Any shade of politics you like, so long as it’s green
The dangers of the new consensus around the politics of global warming.
Listening to this week’s statements about global warming made it sound as if the political climate is the one experiencing rapid change.
UK prime minister Tony Blair claims his government’s new Climate Change Bill is ‘revolutionary’ and compares the challenge of global warming to the struggle against the Nazis and the Soviet Union. Prime minister-in-waiting Gordon Brown declares that it will require a ‘new world order’ to save the planet from man-made global warming. David Cameron, Conservative Party leader and favourite to win the next General Election, says he will ‘open up a second front in the green revolution’ to combat climate change. Meanwhile, commentators talk of global warming as ‘the key battleground in British politics’ and warn that the parties are ‘set for war over climate change’.
Blimey. Revolutions, political wars and new world orders? Rarely do we hear such passionate talk in the dull world of managerial politics today. So what revolutionary measures are the political leaders fighting for? Behind which banners are they fighting their civil war over the future of the planet? Err, Blair and Brown’s New Labour wants to abolish incandescent lightbulbs and standby switches on television sets. And Cameron’s Conservatives want to tax us more for flying. To the barricades!
‘Yet another not-so-bright idea’
This week’s explosion of hot air over global warming marks a new record in the denigration of political language. Behind the overcooked talk about changing the world and saving the planet, the crusade against global warming represents the latest stage in the politics of low expectations and small-mindedness. And far from climate change being a battlefield for any big political ‘war’, the issue is being used to confine debate to an even narrower, more conformist strip of ground.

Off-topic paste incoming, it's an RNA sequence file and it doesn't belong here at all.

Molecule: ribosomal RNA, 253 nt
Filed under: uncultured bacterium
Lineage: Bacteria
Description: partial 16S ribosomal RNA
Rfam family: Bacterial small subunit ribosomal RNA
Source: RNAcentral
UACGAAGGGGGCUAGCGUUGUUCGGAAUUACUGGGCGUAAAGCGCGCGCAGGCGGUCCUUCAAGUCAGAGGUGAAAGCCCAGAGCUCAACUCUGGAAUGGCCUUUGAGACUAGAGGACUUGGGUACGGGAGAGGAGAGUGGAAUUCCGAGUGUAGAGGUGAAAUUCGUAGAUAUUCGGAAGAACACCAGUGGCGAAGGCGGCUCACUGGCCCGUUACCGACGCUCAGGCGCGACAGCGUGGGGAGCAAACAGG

We have been told many times by political leaders that ours is the era when ‘choice’ is king. Now we can see what they meant. We can choose any shade of politics we like, just so long as it is green. This fits into the pattern of what they call ‘informed choice’, whereby we are expected to make the choices that they inform us are the correct ones.
If we hope to live in a democratic society, any attempt to limit political debate or banish alternative views must be seriously put to question. And there are good reasons for questioning this new political consensus that are quite separate from any debate about the science of climate change. First because, despite the bold talk of all the party leaders, it represents the abdication of political leadership. And second because it reflects an underlying anti-humanist mood in public life.
What we normally call a political consensus is not formed by different parties spontaneously reaching the same conclusions. It comes about when one party imposes its principles on the political agenda, shifting the middle ground and forcing its opponents to accommodate to its programme. That was what the postwar Labour government achieved in the 1940s, and what Margaret Thatcher’s Tory governments managed in the 1980s.
Today’s consensus around the politics of global warming is different. Nobody could seriously suggest that the UK’s invisible Green Party has redrawn the political map. Instead the major parties have all gravitated towards greenery on global warming because they lack any political principles of their own.
With their public standing at an all-time low, politicians are attracted to the issue of climate change because it allows them to scramble out of the mire and back on to the moral high ground. Rather than fending off endless allegations of sleaze or trying to explain why they cannot run a decent health service, Blair and Brown are set free to make portentous speeches about saving the planet. And instead of tackling the tricky issues of coming up with alternative policies on the economy or Iraq, Cameron can strike statesmanlike poses while hugging a glacier.